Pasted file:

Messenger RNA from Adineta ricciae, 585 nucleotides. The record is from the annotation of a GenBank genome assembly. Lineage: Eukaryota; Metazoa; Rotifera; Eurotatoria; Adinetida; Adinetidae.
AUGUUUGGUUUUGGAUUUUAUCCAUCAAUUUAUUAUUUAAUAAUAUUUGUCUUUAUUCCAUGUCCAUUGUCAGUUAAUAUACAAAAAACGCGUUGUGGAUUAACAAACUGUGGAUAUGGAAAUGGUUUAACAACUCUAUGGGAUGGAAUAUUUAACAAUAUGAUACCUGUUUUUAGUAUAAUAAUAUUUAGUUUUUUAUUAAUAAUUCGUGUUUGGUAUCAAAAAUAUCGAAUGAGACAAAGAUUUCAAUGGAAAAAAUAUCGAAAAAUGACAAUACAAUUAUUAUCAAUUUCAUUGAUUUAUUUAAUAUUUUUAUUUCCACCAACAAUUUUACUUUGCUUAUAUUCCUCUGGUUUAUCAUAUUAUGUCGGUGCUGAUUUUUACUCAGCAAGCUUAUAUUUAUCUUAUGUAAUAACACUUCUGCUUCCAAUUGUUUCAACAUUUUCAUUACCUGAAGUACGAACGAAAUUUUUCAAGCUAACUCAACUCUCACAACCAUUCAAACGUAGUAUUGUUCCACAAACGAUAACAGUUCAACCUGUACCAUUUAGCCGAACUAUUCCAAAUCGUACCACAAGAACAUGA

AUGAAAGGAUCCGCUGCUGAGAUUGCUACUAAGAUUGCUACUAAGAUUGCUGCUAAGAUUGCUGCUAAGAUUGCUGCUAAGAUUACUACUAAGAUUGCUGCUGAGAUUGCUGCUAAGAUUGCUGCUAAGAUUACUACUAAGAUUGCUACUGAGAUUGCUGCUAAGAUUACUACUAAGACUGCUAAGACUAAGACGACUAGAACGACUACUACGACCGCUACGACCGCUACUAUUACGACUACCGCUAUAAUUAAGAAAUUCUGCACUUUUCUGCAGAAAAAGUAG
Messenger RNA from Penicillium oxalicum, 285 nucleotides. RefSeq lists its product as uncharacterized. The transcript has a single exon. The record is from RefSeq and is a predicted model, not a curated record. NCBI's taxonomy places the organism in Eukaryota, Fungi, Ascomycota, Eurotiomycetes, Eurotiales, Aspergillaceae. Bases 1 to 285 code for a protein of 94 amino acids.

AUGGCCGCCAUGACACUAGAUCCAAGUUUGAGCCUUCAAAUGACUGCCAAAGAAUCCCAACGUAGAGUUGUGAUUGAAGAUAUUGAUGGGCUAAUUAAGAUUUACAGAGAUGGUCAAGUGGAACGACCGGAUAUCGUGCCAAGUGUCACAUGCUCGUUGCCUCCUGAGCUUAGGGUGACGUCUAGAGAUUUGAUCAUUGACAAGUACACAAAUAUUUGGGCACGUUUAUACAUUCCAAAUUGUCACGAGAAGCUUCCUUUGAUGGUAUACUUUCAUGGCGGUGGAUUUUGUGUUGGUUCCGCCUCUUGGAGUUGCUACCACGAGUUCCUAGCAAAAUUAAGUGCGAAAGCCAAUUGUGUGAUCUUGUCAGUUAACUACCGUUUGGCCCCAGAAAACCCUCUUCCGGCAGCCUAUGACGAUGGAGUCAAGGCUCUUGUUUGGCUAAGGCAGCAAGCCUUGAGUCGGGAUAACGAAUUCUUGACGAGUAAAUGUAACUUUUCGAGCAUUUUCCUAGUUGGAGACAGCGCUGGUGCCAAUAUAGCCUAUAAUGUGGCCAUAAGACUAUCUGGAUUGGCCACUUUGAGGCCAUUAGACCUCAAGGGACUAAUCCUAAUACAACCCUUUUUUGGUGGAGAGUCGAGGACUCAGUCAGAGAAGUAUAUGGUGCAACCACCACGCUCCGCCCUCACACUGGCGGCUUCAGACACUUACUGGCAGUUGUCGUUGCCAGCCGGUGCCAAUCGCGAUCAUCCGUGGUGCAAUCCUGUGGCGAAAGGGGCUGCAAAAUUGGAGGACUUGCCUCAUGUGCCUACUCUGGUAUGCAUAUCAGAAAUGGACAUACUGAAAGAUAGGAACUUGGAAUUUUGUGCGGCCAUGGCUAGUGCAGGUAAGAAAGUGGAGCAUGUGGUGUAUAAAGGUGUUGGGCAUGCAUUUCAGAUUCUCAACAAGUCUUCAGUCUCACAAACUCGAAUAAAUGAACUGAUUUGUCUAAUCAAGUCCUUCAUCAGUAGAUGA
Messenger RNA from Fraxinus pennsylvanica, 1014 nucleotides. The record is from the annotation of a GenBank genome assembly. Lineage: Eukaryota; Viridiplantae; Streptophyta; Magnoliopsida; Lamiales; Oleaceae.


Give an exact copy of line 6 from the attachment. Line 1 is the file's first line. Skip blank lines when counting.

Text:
Messenger RNA from Fraxinus pennsylvanica, 1014 nucleotides. The record is from the annotation of a GenBank genome assembly. Lineage: Eukaryota; Viridiplantae; Streptophyta; Magnoliopsida; Lamiales; Oleaceae.